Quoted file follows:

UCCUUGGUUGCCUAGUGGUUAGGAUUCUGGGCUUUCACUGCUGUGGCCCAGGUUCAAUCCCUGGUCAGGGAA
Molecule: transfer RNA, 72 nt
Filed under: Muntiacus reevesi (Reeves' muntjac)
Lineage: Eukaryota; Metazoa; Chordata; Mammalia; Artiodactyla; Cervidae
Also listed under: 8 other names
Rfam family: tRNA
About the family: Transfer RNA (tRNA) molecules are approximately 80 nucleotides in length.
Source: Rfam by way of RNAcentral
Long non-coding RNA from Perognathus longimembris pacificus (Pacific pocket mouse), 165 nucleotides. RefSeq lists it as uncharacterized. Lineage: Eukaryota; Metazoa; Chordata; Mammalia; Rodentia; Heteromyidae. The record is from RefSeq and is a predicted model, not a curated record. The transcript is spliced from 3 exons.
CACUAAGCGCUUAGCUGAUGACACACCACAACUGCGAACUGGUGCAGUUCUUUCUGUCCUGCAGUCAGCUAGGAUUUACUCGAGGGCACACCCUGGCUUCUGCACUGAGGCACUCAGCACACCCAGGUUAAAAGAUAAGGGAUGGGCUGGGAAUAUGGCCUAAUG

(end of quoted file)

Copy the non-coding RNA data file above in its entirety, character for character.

UCCUUGGUUGCCUAGUGGUUAGGAUUCUGGGCUUUCACUGCUGUGGCCCAGGUUCAAUCCCUGGUCAGGGAA
Molecule: transfer RNA, 72 nt
Filed under: Muntiacus reevesi (Reeves' muntjac)
Lineage: Eukaryota; Metazoa; Chordata; Mammalia; Artiodactyla; Cervidae
Also listed under: 8 other names
Rfam family: tRNA
About the family: Transfer RNA (tRNA) molecules are approximately 80 nucleotides in length.
Source: Rfam by way of RNAcentral
Long non-coding RNA from Perognathus longimembris pacificus (Pacific pocket mouse), 165 nucleotides. RefSeq lists it as uncharacterized. Lineage: Eukaryota; Metazoa; Chordata; Mammalia; Rodentia; Heteromyidae. The record is from RefSeq and is a predicted model, not a curated record. The transcript is spliced from 3 exons.
CACUAAGCGCUUAGCUGAUGACACACCACAACUGCGAACUGGUGCAGUUCUUUCUGUCCUGCAGUCAGCUAGGAUUUACUCGAGGGCACACCCUGGCUUCUGCACUGAGGCACUCAGCACACCCAGGUUAAAAGAUAAGGGAUGGGCUGGGAAUAUGGCCUAAUG